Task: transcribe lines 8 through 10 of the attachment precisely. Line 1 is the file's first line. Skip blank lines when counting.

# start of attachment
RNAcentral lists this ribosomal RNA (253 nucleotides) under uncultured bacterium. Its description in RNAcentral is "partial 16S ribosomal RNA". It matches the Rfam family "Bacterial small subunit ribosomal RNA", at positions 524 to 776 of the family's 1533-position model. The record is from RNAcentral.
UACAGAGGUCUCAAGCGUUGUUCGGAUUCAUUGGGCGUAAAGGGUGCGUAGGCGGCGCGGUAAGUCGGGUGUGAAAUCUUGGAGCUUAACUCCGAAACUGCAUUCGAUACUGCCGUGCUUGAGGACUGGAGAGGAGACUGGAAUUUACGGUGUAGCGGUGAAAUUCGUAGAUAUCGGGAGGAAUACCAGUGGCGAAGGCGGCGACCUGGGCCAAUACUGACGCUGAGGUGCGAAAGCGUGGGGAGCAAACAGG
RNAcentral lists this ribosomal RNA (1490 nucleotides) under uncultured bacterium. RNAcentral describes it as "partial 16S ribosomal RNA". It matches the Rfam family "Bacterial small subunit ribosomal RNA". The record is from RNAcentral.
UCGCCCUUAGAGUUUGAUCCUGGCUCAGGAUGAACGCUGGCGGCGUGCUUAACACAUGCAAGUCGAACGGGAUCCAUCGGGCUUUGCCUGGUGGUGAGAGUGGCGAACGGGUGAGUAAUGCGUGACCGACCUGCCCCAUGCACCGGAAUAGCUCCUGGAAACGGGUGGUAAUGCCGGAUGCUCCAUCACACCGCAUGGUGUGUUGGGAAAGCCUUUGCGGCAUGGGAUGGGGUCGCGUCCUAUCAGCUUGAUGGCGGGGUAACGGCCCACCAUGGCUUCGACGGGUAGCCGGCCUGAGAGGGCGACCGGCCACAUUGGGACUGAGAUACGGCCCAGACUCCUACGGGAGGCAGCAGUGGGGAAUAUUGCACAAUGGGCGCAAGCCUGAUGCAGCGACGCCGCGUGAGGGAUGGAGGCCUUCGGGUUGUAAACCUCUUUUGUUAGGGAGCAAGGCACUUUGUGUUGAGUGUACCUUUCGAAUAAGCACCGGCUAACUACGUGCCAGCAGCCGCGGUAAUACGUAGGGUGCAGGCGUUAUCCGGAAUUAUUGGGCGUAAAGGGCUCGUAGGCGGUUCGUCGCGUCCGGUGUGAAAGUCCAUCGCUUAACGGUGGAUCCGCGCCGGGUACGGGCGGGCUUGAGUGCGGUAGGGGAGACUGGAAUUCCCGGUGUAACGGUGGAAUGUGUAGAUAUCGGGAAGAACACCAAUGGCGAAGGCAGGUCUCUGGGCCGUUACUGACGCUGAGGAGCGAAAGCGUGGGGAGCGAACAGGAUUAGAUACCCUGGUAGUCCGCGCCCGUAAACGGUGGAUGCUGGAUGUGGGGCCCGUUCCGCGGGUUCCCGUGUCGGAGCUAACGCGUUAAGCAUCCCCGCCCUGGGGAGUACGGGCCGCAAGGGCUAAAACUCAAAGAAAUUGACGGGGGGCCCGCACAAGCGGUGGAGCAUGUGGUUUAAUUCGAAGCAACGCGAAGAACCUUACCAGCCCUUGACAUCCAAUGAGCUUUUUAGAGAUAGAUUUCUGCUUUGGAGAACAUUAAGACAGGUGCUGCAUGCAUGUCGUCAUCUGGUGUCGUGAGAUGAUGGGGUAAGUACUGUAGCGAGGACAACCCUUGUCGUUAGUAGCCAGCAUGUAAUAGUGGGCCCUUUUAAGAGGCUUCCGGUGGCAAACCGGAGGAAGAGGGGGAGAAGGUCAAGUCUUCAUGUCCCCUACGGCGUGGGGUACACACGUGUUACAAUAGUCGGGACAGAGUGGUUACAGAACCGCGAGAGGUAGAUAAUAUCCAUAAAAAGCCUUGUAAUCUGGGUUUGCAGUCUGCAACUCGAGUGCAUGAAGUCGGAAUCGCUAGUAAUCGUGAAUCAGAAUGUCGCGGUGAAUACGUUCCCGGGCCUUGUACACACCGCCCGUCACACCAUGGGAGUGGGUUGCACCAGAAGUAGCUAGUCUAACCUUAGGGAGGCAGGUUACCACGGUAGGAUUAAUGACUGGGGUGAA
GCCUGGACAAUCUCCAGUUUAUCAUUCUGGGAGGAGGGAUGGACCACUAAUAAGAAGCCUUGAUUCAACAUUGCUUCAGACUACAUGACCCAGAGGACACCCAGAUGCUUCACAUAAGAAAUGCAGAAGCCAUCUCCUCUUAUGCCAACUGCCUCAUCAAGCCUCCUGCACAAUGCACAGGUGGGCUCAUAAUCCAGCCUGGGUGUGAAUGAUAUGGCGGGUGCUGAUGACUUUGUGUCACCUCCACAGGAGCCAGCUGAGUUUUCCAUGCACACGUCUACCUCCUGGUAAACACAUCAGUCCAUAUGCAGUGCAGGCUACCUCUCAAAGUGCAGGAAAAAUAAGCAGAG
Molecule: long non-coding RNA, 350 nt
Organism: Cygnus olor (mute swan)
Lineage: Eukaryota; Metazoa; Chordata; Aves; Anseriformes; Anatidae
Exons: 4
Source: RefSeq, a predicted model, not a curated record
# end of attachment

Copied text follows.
Lineage: Eukaryota; Metazoa; Chordata; Aves; Anseriformes; Anatidae
Exons: 4
Source: RefSeq, a predicted model, not a curated record